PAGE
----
Cybercriminals are always looking for ways to exploit situations so that they can attack businesses and organizations more effectively. The COVID-19 crisis and all of its technological challenges have opened another door to bad actors who are eager to take advantage of the chaos and confusion. It can feel overwhelming to have yet another thing to deal with, but cybersecurity is of the utmost importance now, more than ever.
Understanding how attackers are exploiting the COVID-19 crisis is the first step in protecting your information. Then, you can audit your cybersecurity measures to find any vulnerabilities, and work to strengthen your security.
Poor Remote Work Practices
A lot of companies were forced into sending employees home to work without a strong plan in place. While organizations would normally take the right precautions to secure endpoints and end-users accessing a company network, the pressing nature of COVID-19 distancing requirements created a less-than-ideal situation for setting up best practices.
Hackers are well aware of this and have been actively seeking vulnerabilities. Organizations should be working to secure employee devices, updating systems, and putting strong policies and monitoring into place. Employees should understand that their devices used at home need to be just as secure as those used at work, avoiding insecure networks and unauthorized downloads.
Now is the time to check in on your systems and ensure that everyone remotely working is meeting the same standards in place in the office. Physical distancing makes it difficult if not impossible to do this in person, but remote IT assistance is all you need to secure systems and networks, no matter where your employees may be.
Distributed denial of service attacks allows an attacker to effectively shut down a website by hijacking numerous computers and using that concentrated power to overload a site. According to Europol, there has been a slight increase in these attacks since the outbreak of COVID-19, but they expect more. Because DDoS attacks are cheap and easy for attackers to launch, they are among the more popular types of cybercrime.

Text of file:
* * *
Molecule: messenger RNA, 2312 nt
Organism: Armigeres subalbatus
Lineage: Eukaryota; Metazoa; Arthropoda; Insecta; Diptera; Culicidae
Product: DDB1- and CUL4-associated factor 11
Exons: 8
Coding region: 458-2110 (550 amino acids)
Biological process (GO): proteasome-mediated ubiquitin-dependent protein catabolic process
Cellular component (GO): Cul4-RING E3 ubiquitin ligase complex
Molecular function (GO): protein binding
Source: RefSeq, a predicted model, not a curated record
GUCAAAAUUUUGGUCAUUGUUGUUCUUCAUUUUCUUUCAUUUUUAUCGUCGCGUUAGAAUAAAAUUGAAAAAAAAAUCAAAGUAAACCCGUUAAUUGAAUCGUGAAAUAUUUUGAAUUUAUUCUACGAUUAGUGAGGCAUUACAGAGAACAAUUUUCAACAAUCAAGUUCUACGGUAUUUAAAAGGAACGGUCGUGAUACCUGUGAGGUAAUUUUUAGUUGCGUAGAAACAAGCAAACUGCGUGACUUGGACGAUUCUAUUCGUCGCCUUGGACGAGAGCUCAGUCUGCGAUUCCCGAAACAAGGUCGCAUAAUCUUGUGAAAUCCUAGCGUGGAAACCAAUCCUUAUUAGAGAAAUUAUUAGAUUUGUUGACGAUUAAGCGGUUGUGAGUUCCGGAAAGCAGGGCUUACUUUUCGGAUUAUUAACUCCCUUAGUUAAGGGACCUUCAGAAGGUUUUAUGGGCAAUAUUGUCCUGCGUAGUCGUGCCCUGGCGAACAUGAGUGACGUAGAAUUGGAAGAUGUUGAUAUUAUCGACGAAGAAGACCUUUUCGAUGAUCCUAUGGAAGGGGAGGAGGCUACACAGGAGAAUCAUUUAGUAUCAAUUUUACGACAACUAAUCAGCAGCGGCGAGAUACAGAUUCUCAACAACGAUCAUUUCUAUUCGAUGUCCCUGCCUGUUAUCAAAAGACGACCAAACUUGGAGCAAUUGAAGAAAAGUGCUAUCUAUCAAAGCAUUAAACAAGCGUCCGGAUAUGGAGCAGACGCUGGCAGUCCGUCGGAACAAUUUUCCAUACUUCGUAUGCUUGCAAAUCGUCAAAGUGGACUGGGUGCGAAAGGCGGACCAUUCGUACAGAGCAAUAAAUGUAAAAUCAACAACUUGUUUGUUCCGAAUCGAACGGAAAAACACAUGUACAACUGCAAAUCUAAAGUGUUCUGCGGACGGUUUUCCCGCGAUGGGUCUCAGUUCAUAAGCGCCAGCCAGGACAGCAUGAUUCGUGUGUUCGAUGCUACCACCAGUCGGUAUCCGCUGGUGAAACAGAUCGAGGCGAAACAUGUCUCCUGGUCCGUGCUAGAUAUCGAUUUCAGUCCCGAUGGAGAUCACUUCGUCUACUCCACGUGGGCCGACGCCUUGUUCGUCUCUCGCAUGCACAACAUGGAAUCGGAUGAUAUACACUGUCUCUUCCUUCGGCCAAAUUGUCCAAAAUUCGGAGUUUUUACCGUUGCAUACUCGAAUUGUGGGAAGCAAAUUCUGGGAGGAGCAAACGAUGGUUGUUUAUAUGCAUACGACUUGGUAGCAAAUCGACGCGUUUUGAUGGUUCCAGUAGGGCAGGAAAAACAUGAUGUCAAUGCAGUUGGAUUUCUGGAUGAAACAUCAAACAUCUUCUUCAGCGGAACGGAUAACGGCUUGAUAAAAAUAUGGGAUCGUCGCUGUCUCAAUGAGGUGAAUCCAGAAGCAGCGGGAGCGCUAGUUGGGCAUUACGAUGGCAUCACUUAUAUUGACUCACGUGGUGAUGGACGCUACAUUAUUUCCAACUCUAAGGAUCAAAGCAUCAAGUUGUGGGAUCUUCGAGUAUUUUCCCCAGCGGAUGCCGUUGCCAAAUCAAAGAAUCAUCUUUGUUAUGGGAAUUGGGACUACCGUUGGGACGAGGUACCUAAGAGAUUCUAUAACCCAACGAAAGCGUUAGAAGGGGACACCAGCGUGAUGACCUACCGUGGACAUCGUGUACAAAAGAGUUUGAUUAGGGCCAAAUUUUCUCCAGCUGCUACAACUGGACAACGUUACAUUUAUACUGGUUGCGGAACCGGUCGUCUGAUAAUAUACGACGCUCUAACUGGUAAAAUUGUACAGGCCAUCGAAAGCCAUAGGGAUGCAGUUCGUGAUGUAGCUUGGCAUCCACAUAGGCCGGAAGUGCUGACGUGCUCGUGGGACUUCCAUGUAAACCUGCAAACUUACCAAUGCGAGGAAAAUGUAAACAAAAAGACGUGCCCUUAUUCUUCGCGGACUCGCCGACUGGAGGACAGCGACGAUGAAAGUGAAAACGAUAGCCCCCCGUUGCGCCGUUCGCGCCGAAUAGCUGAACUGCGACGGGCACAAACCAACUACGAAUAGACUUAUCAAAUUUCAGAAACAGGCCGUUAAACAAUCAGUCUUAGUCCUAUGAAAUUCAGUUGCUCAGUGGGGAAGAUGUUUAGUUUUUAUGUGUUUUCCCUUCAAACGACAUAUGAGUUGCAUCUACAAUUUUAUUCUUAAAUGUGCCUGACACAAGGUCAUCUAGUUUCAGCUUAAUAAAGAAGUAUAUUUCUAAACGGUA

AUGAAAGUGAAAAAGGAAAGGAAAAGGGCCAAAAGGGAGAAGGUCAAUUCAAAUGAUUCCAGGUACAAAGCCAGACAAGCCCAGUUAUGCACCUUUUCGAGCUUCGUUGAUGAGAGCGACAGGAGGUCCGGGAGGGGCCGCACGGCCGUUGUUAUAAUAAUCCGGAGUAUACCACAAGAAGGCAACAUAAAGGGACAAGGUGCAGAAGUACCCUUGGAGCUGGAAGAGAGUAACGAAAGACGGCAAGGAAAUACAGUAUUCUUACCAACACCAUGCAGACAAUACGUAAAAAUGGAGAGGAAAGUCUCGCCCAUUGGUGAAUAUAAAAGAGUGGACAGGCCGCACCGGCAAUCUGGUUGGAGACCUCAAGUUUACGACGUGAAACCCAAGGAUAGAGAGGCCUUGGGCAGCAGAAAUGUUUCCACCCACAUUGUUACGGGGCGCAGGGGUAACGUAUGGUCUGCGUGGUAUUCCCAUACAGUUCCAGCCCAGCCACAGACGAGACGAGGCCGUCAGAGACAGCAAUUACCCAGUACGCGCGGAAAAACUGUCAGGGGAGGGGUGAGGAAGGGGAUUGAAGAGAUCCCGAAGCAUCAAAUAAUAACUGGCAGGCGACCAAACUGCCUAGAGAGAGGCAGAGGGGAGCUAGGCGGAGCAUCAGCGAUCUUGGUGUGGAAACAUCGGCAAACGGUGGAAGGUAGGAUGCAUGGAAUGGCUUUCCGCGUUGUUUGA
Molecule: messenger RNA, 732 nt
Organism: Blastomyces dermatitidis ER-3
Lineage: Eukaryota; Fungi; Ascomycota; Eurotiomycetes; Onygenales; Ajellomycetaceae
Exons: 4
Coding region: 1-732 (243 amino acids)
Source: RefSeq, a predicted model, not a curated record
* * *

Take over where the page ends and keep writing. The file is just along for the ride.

Those same poor remote work practices listed above can open the door to DDoS attacks, showing how important it is to keep sight of security while working remotely. It is an especially challenging situation for organizations that are relying on their web presence to stay profitable and competitive in this time where face-to-face interaction is restricted. Putting strong cybersecurity practices into place can close the door on DDoS attempts.
The COVID-19 Crisis And Phishing Emails
Cybercriminals often use people’s fears and emotions to scare them into making bad decisions. Even employees who know better than to fall for a phishing attack in normal situations may fall prey to coronavirus-related scams, concerned about the pandemic and its impact.
Since COVID-19 hit, attackers have been sending emails purporting to be from healthcare professionals, the World Health Organization, Centers for Disease Control, and similar. They may also offer business-related information about the virus, like analyst reports or industry views. Whatever these emails claim to be, they are phishing attacks designed to make someone click a link that introduces ransomware, keyloggers, and other exploits.